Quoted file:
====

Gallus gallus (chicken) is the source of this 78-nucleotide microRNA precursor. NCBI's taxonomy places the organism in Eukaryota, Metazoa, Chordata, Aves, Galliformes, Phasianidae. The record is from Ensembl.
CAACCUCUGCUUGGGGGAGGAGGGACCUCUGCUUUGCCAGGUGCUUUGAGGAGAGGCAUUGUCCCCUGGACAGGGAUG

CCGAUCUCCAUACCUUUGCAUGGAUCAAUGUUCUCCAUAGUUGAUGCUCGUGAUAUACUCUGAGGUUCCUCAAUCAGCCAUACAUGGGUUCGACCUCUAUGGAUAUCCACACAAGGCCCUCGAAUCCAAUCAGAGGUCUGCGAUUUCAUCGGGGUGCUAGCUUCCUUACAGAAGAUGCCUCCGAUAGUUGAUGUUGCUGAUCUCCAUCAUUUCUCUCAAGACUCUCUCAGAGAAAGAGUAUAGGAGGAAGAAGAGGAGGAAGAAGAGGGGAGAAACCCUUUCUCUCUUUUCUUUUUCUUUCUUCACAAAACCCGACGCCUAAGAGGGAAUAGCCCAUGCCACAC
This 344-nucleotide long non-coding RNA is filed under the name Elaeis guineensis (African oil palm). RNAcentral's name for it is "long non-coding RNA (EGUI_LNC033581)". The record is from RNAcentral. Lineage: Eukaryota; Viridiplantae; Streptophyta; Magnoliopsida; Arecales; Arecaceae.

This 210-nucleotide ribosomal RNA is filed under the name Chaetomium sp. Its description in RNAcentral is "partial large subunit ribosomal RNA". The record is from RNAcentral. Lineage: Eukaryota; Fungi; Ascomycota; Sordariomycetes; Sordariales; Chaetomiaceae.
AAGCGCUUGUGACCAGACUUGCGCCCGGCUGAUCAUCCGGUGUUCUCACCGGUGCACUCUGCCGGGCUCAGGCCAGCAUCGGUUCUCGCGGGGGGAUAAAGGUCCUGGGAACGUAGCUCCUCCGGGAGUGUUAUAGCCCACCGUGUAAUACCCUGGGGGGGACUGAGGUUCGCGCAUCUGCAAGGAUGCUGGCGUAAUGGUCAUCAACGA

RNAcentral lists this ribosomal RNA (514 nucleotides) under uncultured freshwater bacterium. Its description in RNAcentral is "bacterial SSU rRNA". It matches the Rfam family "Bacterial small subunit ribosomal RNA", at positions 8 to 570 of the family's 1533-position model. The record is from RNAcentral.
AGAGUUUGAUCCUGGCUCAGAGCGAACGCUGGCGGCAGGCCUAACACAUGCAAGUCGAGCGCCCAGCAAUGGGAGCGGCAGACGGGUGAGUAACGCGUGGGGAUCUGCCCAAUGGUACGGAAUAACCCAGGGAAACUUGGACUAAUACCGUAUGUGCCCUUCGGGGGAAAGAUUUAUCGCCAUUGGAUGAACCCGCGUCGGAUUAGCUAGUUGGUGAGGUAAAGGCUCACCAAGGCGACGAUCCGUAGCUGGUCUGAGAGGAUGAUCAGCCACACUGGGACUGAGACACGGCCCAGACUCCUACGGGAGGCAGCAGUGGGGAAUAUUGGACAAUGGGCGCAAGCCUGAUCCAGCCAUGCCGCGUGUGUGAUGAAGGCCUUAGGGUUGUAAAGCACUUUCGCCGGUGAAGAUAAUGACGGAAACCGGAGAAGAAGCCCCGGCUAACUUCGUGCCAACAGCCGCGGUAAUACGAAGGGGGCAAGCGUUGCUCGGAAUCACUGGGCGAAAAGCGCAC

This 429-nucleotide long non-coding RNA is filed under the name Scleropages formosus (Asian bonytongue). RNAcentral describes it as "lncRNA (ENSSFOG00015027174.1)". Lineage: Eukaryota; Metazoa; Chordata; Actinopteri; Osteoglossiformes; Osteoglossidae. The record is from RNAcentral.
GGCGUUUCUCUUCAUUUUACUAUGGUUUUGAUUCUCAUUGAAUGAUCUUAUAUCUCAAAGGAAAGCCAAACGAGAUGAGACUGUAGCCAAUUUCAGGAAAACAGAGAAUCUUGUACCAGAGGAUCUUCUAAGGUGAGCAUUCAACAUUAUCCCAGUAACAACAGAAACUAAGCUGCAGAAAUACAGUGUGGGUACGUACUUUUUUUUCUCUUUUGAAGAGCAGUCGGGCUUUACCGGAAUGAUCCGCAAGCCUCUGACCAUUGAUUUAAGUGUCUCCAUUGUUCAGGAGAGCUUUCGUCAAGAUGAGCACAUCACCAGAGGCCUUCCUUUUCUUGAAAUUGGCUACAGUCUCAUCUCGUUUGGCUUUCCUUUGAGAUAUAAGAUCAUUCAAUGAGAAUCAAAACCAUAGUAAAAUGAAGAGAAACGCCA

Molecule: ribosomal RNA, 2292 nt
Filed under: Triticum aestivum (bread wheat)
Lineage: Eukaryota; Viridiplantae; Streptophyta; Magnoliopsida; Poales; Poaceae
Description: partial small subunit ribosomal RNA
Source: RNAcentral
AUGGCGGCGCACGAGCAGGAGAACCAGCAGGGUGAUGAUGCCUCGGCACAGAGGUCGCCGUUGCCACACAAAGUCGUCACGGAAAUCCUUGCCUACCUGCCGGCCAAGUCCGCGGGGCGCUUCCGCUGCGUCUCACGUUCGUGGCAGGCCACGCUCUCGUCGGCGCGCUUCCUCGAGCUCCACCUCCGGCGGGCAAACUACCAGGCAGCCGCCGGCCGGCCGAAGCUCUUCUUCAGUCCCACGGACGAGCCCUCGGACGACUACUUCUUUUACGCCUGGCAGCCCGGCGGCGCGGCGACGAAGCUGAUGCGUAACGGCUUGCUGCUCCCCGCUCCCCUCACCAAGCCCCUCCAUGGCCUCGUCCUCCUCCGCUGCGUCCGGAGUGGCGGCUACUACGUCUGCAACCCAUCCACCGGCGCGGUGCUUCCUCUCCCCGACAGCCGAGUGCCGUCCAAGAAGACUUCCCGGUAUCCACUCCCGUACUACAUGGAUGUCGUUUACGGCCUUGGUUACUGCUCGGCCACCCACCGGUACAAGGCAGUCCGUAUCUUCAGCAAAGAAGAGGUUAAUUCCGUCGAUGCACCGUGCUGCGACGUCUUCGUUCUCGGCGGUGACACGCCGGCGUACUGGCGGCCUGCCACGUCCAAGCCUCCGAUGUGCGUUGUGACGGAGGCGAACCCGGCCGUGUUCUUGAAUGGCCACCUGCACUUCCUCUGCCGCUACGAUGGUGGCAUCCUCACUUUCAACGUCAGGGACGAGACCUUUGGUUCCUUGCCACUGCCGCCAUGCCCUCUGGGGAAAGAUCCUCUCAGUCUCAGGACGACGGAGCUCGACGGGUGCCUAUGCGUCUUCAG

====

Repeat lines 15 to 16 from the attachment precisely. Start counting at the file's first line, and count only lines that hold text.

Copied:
Source: RNAcentral
AUGGCGGCGCACGAGCAGGAGAACCAGCAGGGUGAUGAUGCCUCGGCACAGAGGUCGCCGUUGCCACACAAAGUCGUCACGGAAAUCCUUGCCUACCUGCCGGCCAAGUCCGCGGGGCGCUUCCGCUGCGUCUCACGUUCGUGGCAGGCCACGCUCUCGUCGGCGCGCUUCCUCGAGCUCCACCUCCGGCGGGCAAACUACCAGGCAGCCGCCGGCCGGCCGAAGCUCUUCUUCAGUCCCACGGACGAGCCCUCGGACGACUACUUCUUUUACGCCUGGCAGCCCGGCGGCGCGGCGACGAAGCUGAUGCGUAACGGCUUGCUGCUCCCCGCUCCCCUCACCAAGCCCCUCCAUGGCCUCGUCCUCCUCCGCUGCGUCCGGAGUGGCGGCUACUACGUCUGCAACCCAUCCACCGGCGCGGUGCUUCCUCUCCCCGACAGCCGAGUGCCGUCCAAGAAGACUUCCCGGUAUCCACUCCCGUACUACAUGGAUGUCGUUUACGGCCUUGGUUACUGCUCGGCCACCCACCGGUACAAGGCAGUCCGUAUCUUCAGCAAAGAAGAGGUUAAUUCCGUCGAUGCACCGUGCUGCGACGUCUUCGUUCUCGGCGGUGACACGCCGGCGUACUGGCGGCCUGCCACGUCCAAGCCUCCGAUGUGCGUUGUGACGGAGGCGAACCCGGCCGUGUUCUUGAAUGGCCACCUGCACUUCCUCUGCCGCUACGAUGGUGGCAUCCUCACUUUCAACGUCAGGGACGAGACCUUUGGUUCCUUGCCACUGCCGCCAUGCCCUCUGGGGAAAGAUCCUCUCAGUCUCAGGACGACGGAGCUCGACGGGUGCCUAUGCGUCUUCAG